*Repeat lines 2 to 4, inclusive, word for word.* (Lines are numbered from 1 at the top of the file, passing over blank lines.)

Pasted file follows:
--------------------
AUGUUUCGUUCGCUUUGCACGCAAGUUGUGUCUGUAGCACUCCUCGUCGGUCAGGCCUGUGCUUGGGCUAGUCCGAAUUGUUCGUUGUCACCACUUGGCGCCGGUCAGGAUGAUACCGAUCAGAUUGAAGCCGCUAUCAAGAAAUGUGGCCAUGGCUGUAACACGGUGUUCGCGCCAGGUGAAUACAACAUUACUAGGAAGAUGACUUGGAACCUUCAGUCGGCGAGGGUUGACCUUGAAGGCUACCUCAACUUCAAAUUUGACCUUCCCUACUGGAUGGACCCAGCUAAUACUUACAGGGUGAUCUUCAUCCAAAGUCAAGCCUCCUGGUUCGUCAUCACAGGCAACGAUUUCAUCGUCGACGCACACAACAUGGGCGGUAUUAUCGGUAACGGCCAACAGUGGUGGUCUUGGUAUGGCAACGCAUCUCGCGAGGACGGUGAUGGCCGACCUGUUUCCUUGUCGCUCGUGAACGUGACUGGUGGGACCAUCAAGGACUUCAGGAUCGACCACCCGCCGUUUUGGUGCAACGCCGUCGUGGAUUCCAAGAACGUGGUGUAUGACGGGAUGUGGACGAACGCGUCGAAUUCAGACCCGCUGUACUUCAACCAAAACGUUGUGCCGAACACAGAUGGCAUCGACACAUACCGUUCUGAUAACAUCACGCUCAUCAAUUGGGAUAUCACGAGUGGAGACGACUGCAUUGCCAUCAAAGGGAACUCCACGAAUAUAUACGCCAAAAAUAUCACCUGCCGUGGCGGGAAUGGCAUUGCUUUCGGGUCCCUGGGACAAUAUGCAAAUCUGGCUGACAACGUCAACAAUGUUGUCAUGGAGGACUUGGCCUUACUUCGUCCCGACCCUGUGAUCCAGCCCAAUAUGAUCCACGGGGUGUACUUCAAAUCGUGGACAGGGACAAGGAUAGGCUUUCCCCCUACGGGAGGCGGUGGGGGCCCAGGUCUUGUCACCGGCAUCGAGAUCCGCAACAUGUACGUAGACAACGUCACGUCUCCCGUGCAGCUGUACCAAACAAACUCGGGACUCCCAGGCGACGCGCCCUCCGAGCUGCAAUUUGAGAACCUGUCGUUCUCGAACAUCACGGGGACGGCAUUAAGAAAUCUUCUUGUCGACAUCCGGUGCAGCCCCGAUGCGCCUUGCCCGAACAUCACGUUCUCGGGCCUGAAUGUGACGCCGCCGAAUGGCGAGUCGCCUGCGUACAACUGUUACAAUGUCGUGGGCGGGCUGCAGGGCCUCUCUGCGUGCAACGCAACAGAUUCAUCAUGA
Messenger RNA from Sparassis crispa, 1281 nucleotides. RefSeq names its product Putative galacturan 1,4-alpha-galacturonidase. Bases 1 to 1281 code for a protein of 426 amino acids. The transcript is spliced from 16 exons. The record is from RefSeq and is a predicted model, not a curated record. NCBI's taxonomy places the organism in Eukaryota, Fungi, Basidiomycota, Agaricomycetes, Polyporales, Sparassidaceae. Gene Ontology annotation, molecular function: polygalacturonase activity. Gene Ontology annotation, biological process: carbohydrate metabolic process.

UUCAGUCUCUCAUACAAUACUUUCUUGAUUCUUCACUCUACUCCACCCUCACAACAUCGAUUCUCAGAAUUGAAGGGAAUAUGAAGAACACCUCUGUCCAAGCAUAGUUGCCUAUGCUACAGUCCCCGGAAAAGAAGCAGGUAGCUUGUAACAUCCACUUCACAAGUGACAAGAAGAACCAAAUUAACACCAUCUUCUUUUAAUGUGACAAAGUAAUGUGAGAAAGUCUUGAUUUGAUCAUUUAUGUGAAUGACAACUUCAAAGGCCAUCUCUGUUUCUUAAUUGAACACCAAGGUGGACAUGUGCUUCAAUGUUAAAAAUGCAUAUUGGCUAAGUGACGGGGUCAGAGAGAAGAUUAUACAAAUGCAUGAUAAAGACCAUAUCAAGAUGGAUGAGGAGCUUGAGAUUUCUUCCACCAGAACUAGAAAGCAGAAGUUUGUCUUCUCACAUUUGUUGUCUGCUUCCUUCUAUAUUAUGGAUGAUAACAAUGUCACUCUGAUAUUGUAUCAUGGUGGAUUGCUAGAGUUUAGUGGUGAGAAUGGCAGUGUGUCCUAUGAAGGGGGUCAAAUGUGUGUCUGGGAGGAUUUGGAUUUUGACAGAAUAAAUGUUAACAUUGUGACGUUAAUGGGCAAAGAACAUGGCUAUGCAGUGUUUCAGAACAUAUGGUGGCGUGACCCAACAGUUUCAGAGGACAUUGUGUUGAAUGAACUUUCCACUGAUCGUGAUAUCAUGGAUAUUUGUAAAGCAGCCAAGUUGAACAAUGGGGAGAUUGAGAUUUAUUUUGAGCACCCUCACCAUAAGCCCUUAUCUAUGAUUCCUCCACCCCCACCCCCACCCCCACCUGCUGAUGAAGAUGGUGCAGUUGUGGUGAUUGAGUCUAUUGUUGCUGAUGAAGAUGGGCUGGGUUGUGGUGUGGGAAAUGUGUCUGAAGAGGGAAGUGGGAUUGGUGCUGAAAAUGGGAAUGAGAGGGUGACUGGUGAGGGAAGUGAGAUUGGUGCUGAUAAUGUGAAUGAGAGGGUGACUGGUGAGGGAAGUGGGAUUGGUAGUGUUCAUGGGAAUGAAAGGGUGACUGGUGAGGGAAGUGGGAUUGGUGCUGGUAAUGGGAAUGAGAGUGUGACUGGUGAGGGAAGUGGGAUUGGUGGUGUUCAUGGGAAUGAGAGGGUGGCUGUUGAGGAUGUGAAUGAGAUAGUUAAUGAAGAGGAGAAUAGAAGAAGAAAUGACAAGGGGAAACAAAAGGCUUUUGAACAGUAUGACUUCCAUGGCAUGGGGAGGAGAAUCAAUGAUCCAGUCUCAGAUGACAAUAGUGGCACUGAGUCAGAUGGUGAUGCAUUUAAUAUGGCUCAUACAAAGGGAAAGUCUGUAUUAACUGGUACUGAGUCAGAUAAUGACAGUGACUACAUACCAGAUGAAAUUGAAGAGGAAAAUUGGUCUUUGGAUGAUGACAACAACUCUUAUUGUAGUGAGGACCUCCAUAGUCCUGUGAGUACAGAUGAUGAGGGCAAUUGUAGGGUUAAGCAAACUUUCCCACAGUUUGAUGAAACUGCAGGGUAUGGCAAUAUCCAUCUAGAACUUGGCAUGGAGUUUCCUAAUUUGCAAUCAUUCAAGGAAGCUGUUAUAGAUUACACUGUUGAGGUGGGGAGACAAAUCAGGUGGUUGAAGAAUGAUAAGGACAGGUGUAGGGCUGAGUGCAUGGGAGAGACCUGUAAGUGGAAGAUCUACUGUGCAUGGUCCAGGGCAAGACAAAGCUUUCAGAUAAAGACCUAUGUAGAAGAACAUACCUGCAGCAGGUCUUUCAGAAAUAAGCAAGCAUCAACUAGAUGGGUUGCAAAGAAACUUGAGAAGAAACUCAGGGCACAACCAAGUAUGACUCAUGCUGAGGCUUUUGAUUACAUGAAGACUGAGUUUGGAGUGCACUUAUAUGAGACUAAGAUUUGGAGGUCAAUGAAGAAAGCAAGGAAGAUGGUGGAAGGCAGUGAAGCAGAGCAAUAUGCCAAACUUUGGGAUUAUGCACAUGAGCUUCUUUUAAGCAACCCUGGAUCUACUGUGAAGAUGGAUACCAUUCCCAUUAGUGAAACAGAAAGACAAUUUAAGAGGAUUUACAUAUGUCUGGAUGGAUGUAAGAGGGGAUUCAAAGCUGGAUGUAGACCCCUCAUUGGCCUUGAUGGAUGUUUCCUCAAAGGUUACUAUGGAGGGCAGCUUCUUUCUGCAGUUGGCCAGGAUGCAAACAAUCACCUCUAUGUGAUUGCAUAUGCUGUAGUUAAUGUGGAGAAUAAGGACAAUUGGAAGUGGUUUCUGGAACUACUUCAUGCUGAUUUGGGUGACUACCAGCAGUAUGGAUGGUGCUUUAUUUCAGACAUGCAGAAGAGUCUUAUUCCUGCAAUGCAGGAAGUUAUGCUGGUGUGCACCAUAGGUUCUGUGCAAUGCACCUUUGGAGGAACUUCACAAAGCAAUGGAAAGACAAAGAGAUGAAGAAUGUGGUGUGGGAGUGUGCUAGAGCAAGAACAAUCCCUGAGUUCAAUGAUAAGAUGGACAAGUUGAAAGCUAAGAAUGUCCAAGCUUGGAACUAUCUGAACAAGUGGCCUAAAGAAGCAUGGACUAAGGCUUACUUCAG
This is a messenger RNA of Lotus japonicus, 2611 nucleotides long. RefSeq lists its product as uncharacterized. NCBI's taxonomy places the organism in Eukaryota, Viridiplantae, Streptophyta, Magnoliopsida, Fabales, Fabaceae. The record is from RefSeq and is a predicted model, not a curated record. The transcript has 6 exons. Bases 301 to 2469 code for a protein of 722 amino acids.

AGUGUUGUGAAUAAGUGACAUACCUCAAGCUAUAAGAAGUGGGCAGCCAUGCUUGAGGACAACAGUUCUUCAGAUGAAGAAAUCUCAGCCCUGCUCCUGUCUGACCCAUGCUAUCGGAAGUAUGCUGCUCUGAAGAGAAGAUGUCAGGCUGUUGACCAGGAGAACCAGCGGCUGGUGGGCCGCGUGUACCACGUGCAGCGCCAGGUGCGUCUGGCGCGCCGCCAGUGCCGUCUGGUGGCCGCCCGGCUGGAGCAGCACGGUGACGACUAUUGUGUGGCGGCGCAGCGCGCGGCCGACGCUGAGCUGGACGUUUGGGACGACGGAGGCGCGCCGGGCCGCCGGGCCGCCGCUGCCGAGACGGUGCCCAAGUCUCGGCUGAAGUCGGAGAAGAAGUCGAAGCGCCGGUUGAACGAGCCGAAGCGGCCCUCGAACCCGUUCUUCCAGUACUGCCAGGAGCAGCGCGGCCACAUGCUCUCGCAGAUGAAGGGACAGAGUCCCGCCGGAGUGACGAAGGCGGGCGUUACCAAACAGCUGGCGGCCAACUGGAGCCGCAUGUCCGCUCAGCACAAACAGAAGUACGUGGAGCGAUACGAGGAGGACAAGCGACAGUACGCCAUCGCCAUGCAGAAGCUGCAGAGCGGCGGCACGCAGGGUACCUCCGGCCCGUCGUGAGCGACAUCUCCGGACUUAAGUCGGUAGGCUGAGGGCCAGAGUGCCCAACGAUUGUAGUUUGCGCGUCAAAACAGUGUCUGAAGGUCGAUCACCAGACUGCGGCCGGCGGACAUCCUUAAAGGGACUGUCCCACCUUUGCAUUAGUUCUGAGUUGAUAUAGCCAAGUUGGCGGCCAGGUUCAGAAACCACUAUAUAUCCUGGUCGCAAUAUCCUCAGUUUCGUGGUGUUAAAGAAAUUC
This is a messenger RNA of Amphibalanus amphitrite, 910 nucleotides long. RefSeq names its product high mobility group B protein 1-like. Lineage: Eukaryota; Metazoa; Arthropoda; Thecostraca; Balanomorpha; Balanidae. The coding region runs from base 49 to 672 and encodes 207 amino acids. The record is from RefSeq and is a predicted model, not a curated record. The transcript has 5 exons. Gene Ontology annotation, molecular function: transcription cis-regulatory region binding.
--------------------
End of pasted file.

Messenger RNA from Sparassis crispa, 1281 nucleotides. RefSeq names its product Putative galacturan 1,4-alpha-galacturonidase. Bases 1 to 1281 code for a protein of 426 amino acids. The transcript is spliced from 16 exons. The record is from RefSeq and is a predicted model, not a curated record. NCBI's taxonomy places the organism in Eukaryota, Fungi, Basidiomycota, Agaricomycetes, Polyporales, Sparassidaceae. Gene Ontology annotation, molecular function: polygalacturonase activity. Gene Ontology annotation, biological process: carbohydrate metabolic process.

UUCAGUCUCUCAUACAAUACUUUCUUGAUUCUUCACUCUACUCCACCCUCACAACAUCGAUUCUCAGAAUUGAAGGGAAUAUGAAGAACACCUCUGUCCAAGCAUAGUUGCCUAUGCUACAGUCCCCGGAAAAGAAGCAGGUAGCUUGUAACAUCCACUUCACAAGUGACAAGAAGAACCAAAUUAACACCAUCUUCUUUUAAUGUGACAAAGUAAUGUGAGAAAGUCUUGAUUUGAUCAUUUAUGUGAAUGACAACUUCAAAGGCCAUCUCUGUUUCUUAAUUGAACACCAAGGUGGACAUGUGCUUCAAUGUUAAAAAUGCAUAUUGGCUAAGUGACGGGGUCAGAGAGAAGAUUAUACAAAUGCAUGAUAAAGACCAUAUCAAGAUGGAUGAGGAGCUUGAGAUUUCUUCCACCAGAACUAGAAAGCAGAAGUUUGUCUUCUCACAUUUGUUGUCUGCUUCCUUCUAUAUUAUGGAUGAUAACAAUGUCACUCUGAUAUUGUAUCAUGGUGGAUUGCUAGAGUUUAGUGGUGAGAAUGGCAGUGUGUCCUAUGAAGGGGGUCAAAUGUGUGUCUGGGAGGAUUUGGAUUUUGACAGAAUAAAUGUUAACAUUGUGACGUUAAUGGGCAAAGAACAUGGCUAUGCAGUGUUUCAGAACAUAUGGUGGCGUGACCCAACAGUUUCAGAGGACAUUGUGUUGAAUGAACUUUCCACUGAUCGUGAUAUCAUGGAUAUUUGUAAAGCAGCCAAGUUGAACAAUGGGGAGAUUGAGAUUUAUUUUGAGCACCCUCACCAUAAGCCCUUAUCUAUGAUUCCUCCACCCCCACCCCCACCCCCACCUGCUGAUGAAGAUGGUGCAGUUGUGGUGAUUGAGUCUAUUGUUGCUGAUGAAGAUGGGCUGGGUUGUGGUGUGGGAAAUGUGUCUGAAGAGGGAAGUGGGAUUGGUGCUGAAAAUGGGAAUGAGAGGGUGACUGGUGAGGGAAGUGAGAUUGGUGCUGAUAAUGUGAAUGAGAGGGUGACUGGUGAGGGAAGUGGGAUUGGUAGUGUUCAUGGGAAUGAAAGGGUGACUGGUGAGGGAAGUGGGAUUGGUGCUGGUAAUGGGAAUGAGAGUGUGACUGGUGAGGGAAGUGGGAUUGGUGGUGUUCAUGGGAAUGAGAGGGUGGCUGUUGAGGAUGUGAAUGAGAUAGUUAAUGAAGAGGAGAAUAGAAGAAGAAAUGACAAGGGGAAACAAAAGGCUUUUGAACAGUAUGACUUCCAUGGCAUGGGGAGGAGAAUCAAUGAUCCAGUCUCAGAUGACAAUAGUGGCACUGAGUCAGAUGGUGAUGCAUUUAAUAUGGCUCAUACAAAGGGAAAGUCUGUAUUAACUGGUACUGAGUCAGAUAAUGACAGUGACUACAUACCAGAUGAAAUUGAAGAGGAAAAUUGGUCUUUGGAUGAUGACAACAACUCUUAUUGUAGUGAGGACCUCCAUAGUCCUGUGAGUACAGAUGAUGAGGGCAAUUGUAGGGUUAAGCAAACUUUCCCACAGUUUGAUGAAACUGCAGGGUAUGGCAAUAUCCAUCUAGAACUUGGCAUGGAGUUUCCUAAUUUGCAAUCAUUCAAGGAAGCUGUUAUAGAUUACACUGUUGAGGUGGGGAGACAAAUCAGGUGGUUGAAGAAUGAUAAGGACAGGUGUAGGGCUGAGUGCAUGGGAGAGACCUGUAAGUGGAAGAUCUACUGUGCAUGGUCCAGGGCAAGACAAAGCUUUCAGAUAAAGACCUAUGUAGAAGAACAUACCUGCAGCAGGUCUUUCAGAAAUAAGCAAGCAUCAACUAGAUGGGUUGCAAAGAAACUUGAGAAGAAACUCAGGGCACAACCAAGUAUGACUCAUGCUGAGGCUUUUGAUUACAUGAAGACUGAGUUUGGAGUGCACUUAUAUGAGACUAAGAUUUGGAGGUCAAUGAAGAAAGCAAGGAAGAUGGUGGAAGGCAGUGAAGCAGAGCAAUAUGCCAAACUUUGGGAUUAUGCACAUGAGCUUCUUUUAAGCAACCCUGGAUCUACUGUGAAGAUGGAUACCAUUCCCAUUAGUGAAACAGAAAGACAAUUUAAGAGGAUUUACAUAUGUCUGGAUGGAUGUAAGAGGGGAUUCAAAGCUGGAUGUAGACCCCUCAUUGGCCUUGAUGGAUGUUUCCUCAAAGGUUACUAUGGAGGGCAGCUUCUUUCUGCAGUUGGCCAGGAUGCAAACAAUCACCUCUAUGUGAUUGCAUAUGCUGUAGUUAAUGUGGAGAAUAAGGACAAUUGGAAGUGGUUUCUGGAACUACUUCAUGCUGAUUUGGGUGACUACCAGCAGUAUGGAUGGUGCUUUAUUUCAGACAUGCAGAAGAGUCUUAUUCCUGCAAUGCAGGAAGUUAUGCUGGUGUGCACCAUAGGUUCUGUGCAAUGCACCUUUGGAGGAACUUCACAAAGCAAUGGAAAGACAAAGAGAUGAAGAAUGUGGUGUGGGAGUGUGCUAGAGCAAGAACAAUCCCUGAGUUCAAUGAUAAGAUGGACAAGUUGAAAGCUAAGAAUGUCCAAGCUUGGAACUAUCUGAACAAGUGGCCUAAAGAAGCAUGGACUAAGGCUUACUUCAG
This is a messenger RNA of Lotus japonicus, 2611 nucleotides long. RefSeq lists its product as uncharacterized. NCBI's taxonomy places the organism in Eukaryota, Viridiplantae, Streptophyta, Magnoliopsida, Fabales, Fabaceae. The record is from RefSeq and is a predicted model, not a curated record. The transcript has 6 exons. Bases 301 to 2469 code for a protein of 722 amino acids.